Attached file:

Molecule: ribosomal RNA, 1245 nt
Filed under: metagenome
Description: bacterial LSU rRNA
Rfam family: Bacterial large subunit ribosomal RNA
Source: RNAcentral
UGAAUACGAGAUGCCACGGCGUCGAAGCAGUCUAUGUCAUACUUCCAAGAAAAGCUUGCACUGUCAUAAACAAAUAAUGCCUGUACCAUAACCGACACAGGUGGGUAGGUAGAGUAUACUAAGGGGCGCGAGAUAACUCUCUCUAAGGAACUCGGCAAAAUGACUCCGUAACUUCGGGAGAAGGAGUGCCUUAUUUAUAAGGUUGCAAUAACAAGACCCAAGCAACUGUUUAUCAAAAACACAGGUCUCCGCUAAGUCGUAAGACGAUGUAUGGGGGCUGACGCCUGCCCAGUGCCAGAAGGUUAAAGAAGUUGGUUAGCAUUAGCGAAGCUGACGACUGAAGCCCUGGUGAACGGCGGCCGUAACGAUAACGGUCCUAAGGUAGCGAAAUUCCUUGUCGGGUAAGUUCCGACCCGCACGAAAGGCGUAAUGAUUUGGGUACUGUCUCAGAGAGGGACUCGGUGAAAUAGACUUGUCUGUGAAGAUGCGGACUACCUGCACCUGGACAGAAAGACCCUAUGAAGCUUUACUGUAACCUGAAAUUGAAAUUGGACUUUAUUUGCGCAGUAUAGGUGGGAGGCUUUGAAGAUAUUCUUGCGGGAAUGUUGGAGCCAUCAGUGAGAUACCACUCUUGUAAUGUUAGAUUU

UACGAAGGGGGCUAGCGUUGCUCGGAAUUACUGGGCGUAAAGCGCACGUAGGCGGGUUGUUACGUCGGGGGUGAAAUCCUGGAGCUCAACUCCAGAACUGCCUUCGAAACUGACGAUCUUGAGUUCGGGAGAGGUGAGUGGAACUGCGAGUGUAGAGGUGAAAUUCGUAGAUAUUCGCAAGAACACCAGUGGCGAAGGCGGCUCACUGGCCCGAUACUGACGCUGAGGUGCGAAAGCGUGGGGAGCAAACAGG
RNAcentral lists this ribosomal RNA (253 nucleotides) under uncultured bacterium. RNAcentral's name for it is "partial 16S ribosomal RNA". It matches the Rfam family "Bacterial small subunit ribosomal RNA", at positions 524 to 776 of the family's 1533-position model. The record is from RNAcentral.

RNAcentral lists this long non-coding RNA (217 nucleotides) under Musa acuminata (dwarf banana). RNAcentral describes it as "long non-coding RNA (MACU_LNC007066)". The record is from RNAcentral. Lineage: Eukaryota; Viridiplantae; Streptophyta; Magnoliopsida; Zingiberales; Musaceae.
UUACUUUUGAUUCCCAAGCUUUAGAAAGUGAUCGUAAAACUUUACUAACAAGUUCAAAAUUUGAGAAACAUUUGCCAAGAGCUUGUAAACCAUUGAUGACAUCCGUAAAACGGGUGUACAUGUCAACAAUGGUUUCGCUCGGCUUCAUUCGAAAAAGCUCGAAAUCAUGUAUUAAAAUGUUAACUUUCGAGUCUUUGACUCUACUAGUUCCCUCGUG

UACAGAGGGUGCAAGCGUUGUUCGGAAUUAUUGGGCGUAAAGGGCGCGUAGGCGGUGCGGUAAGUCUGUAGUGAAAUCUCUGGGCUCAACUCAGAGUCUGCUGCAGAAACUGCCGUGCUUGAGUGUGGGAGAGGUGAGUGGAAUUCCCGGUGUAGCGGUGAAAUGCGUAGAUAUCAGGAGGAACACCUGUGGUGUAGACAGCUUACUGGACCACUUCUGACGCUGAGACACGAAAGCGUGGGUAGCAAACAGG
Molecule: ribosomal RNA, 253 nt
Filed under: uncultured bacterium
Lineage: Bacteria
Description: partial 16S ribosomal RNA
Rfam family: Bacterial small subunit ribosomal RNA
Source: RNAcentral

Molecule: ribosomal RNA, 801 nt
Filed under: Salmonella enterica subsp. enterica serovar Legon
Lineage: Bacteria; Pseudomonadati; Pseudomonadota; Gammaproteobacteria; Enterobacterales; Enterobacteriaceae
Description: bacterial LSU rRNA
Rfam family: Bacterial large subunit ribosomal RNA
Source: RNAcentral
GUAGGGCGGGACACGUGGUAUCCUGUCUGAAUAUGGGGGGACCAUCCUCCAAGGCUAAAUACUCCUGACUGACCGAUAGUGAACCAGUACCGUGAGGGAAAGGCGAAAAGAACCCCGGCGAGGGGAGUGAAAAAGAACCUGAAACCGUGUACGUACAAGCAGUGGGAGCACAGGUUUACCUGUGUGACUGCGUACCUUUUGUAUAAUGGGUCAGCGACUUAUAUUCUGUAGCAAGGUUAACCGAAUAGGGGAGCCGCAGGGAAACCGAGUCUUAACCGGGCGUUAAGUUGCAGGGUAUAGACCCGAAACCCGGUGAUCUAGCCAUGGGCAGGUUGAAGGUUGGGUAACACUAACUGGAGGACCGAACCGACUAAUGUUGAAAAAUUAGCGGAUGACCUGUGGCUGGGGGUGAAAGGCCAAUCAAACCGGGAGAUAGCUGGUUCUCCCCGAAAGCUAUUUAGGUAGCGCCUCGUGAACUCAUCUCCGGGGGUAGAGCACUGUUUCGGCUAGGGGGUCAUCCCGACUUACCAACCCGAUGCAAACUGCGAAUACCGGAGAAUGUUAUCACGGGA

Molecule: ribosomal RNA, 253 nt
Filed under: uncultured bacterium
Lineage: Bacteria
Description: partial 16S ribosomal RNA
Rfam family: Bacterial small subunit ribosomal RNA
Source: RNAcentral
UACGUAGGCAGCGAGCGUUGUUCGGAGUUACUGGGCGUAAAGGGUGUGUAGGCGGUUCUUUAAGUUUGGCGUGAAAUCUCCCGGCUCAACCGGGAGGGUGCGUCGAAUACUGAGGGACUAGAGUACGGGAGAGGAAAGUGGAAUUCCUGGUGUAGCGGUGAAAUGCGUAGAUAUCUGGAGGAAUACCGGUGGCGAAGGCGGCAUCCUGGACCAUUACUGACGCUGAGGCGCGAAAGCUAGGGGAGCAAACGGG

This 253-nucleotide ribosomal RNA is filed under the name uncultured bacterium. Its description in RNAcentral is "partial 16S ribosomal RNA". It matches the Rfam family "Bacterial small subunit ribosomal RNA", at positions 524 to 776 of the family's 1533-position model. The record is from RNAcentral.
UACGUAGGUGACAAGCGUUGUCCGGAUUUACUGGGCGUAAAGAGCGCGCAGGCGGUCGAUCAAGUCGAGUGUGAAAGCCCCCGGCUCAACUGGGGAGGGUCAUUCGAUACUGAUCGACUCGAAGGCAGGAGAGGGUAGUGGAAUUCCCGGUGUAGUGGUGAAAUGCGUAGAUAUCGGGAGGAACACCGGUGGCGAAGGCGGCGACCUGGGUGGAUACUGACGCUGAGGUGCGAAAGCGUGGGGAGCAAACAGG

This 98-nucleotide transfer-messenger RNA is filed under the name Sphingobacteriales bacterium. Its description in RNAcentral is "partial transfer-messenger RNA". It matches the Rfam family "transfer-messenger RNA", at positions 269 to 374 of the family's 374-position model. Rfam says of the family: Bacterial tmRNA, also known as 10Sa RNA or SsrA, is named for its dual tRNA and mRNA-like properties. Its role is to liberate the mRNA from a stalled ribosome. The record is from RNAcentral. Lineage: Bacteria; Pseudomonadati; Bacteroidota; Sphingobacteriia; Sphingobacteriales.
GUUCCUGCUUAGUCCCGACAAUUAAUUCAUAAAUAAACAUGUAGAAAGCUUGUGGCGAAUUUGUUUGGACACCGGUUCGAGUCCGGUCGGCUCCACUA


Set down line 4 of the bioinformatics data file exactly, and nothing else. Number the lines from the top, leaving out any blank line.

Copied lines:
Rfam family: Bacterial large subunit ribosomal RNA